President O'Bama rarely (if ever) acknowledges past Israeli concessions in the Jewish State's search for peace.  Both Administrations demanded more concessions.  While I did not appreciate Bush Administration policy on the War Against Israel, at least I appreciated his personal statements acknowledging that Israel was making an effort to pursue peace.  President O'Bama's personal statements are void of these acknowledgments.  That is why I believe President O'Bama's statements, including his comments last week, scapegoat Israel.  

President O'Bama and his recent comments on the War Against Israel

Over the next few days, I hope to share with you some of my thoughts and comments regarding President O'Bama's policy speech last Thursday (May 19 2011) and some of the media/political frakus that has followed.  This is the first of a series of comments.

Well! Wadda ya know! The news media LIED.

Sunday morning, May 22 2011, President O’Bama addressed the AIPAC policy conference. It contained statements that were insincere and untrue, but one thing he made certain: He did not use the words “1967 borders” in his Thursday 5/19/11 policy speech. He used the words “1967 LINES” [emphasis mine] in his speech last Thursday.

I haven’t read an exact transcript of last Thursday’s speech, but I’ve listened to President O’Bama’s speech this morning to AIPAC and believe he stated his words exactly as he made them on Thursday.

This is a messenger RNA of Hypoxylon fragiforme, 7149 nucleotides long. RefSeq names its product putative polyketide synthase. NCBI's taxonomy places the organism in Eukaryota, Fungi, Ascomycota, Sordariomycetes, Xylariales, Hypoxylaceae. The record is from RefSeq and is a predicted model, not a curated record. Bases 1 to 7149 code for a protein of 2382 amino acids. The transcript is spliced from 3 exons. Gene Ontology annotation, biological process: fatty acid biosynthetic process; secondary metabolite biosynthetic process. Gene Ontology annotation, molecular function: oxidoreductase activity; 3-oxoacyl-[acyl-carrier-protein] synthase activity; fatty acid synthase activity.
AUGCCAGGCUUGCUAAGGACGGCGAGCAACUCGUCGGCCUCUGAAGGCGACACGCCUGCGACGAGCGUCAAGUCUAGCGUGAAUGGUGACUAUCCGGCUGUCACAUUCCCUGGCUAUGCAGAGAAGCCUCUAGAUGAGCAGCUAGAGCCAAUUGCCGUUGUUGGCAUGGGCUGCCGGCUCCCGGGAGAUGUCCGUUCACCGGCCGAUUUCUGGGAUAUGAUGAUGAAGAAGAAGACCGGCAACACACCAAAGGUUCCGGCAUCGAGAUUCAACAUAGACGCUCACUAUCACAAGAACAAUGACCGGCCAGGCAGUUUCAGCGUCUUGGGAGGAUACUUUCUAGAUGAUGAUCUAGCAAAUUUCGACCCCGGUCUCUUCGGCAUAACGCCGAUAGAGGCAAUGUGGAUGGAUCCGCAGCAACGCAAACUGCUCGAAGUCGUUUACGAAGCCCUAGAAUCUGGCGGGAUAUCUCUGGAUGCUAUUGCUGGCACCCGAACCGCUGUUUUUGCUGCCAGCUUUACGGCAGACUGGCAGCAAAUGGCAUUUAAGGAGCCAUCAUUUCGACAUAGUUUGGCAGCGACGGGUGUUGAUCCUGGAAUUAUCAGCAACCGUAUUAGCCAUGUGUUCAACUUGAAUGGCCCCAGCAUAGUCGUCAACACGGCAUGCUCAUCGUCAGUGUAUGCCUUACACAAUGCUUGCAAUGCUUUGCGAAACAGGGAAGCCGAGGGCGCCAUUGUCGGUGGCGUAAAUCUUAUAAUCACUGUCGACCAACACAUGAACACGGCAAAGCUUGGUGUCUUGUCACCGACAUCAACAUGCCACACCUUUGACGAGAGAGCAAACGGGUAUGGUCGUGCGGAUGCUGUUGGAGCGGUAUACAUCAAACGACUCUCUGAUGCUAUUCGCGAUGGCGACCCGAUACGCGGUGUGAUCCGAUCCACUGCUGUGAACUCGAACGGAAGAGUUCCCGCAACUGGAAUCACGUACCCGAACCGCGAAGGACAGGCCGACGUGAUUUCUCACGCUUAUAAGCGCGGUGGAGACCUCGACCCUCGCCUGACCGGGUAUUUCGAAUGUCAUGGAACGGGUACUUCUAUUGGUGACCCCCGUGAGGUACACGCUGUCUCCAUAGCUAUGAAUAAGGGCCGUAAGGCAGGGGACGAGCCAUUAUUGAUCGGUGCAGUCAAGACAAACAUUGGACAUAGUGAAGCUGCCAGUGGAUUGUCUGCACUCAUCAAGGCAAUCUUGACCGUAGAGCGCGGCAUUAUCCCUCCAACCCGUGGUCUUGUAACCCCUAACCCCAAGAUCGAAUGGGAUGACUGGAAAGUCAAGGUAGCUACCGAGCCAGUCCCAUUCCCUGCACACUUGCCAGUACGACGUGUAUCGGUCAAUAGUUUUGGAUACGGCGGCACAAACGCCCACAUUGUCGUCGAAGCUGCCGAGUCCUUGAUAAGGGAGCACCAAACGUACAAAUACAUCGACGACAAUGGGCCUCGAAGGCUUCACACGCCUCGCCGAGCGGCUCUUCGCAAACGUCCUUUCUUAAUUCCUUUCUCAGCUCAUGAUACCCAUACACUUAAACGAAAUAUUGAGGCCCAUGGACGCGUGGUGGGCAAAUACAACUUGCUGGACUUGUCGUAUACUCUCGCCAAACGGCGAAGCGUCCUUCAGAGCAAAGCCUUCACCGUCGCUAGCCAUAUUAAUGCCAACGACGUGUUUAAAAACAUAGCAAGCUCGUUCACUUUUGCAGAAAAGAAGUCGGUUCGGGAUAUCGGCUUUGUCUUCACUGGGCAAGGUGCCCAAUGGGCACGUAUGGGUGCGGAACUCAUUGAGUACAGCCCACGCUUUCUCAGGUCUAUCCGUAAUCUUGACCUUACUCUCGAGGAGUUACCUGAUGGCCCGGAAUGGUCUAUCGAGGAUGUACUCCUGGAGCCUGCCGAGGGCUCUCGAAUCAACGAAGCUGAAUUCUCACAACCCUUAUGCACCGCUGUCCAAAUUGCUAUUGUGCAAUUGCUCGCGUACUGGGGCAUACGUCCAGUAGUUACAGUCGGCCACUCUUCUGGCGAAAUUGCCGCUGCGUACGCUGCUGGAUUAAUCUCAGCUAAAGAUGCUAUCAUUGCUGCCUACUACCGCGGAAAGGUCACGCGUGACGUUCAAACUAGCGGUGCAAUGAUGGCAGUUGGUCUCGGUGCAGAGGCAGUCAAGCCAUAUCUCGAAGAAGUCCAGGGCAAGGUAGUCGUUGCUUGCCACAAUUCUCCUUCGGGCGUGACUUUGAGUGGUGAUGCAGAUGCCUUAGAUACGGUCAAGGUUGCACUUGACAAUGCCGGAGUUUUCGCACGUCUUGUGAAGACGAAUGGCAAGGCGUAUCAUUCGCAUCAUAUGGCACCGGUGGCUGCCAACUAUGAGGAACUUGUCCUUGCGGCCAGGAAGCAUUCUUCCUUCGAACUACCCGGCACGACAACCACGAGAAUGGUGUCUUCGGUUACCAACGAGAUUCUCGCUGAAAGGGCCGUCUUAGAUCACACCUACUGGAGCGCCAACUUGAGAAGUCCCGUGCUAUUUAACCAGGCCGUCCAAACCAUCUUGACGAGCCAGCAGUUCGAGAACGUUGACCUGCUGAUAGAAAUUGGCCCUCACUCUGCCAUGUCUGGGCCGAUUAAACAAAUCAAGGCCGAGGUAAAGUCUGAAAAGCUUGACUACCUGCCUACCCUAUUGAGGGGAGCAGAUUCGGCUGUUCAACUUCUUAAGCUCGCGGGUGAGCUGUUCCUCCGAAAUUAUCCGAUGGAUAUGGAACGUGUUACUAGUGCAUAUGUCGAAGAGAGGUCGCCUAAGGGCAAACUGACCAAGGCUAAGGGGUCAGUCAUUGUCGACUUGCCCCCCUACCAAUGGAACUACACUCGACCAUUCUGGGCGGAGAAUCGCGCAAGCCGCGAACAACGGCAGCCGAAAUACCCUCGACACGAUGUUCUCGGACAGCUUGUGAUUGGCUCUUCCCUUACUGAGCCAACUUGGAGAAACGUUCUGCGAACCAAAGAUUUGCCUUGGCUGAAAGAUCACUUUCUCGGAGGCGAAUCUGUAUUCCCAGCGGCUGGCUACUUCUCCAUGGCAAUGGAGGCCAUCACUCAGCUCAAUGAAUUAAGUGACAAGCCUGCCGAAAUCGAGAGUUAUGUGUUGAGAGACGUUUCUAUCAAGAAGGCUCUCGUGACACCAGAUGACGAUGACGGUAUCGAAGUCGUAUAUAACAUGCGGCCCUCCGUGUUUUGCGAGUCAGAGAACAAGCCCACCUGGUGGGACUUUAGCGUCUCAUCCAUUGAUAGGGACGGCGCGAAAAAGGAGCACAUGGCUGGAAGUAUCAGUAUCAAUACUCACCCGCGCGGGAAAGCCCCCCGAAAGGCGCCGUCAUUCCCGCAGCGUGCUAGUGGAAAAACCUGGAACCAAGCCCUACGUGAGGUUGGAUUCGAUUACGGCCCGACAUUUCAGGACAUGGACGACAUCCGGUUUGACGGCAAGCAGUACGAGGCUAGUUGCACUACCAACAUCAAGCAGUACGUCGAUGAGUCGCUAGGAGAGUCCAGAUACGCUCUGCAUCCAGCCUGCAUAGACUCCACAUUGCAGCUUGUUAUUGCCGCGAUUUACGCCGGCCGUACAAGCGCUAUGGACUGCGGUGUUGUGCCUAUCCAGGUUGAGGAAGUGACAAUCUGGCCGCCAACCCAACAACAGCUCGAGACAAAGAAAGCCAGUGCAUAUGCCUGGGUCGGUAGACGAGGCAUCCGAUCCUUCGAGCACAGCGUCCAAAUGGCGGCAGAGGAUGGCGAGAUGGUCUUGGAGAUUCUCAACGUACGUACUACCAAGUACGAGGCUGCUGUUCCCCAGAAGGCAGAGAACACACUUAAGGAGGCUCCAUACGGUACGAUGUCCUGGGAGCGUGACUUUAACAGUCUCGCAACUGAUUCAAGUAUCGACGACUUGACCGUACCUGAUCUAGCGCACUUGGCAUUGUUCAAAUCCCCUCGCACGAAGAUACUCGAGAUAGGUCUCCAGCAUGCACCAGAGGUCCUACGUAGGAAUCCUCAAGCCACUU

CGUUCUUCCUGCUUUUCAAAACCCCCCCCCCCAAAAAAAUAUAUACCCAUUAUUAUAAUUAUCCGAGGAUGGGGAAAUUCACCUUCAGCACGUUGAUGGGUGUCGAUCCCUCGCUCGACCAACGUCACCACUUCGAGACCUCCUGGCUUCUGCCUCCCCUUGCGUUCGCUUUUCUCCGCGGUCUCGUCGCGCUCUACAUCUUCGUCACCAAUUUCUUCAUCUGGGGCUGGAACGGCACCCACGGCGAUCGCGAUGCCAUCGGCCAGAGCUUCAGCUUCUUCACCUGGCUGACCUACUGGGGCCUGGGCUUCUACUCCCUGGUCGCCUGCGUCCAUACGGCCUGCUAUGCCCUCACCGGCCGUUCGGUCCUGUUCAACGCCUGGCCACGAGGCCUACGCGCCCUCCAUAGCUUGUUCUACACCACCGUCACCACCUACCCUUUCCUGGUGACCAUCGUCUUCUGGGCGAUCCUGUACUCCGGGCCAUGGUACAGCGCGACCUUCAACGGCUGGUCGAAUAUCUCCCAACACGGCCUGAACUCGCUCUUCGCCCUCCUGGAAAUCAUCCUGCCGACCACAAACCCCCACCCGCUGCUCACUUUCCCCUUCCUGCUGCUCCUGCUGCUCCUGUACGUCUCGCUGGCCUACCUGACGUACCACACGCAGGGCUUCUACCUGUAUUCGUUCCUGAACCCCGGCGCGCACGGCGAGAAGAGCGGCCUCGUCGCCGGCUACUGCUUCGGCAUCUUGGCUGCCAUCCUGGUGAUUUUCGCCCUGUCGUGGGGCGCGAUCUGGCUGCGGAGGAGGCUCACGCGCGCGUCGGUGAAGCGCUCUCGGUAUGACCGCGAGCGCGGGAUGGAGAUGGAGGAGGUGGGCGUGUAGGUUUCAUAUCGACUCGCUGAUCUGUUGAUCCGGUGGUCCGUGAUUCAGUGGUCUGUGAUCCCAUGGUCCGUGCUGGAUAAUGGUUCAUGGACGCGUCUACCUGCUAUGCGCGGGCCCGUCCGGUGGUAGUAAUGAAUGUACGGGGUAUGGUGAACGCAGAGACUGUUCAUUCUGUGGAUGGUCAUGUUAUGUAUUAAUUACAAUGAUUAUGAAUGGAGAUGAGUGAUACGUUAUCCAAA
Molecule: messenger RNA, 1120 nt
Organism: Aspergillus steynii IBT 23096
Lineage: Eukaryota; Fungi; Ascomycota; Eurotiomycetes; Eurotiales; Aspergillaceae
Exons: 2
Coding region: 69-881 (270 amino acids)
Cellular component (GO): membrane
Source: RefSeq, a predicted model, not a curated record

OK. That’s the good news. The bad news is that President O’Bama continues to call for a Palestinian State with “contiguous borders”. I think we know what that means. This condition was unilaterally INSERTED by the Bush Administration and was never agreed to by the Israelis. Certainly, arrangements for travel between Gaza and the West Bank were discussed during the Clinton Administration, but a Palestinian State with “contiguous borders” was never an ingredient in public U.S. Policy until the Bush Administration. I believe this element has stalled peace talks more than any other American policy.

Lastly, the statement in President O’Bama’s AIPAC speech that he will prevent Israel from being “singled out at the U.N. or any other international forum” is a bold-faced LIE. Time and time again, this President has singled Israel out as the soul source of failure in peace talks. The constant harangue that “Israel must act boldly to advance a lasting peace” is the routine line. The numerous territorial and political concessions  by Israel, have been met with no reciprocation, end-of-violence, end of incitement, or even continuing negotiations.  The obvious conclusion that these calls on Israel to "act boldly to advance a lasting peace"  are demands for one-sided concessions. 

And frankly, I’ve grown tired of people who are not Israeli citizens routinely saying that “Israel should….”, or worse, “Israel must….”. 

As an American, I believe my President needs to stop making policy statements that he knows (darn well) the news media will deliberately interpret as demands on Israel, one-sided or otherwise. The news media clearly mis-reported his speech. 

Public opinion drives public policy. News reporting shapes public opinion. If the President stops making these kinds of policy statements, few will question his claim of support for Israel.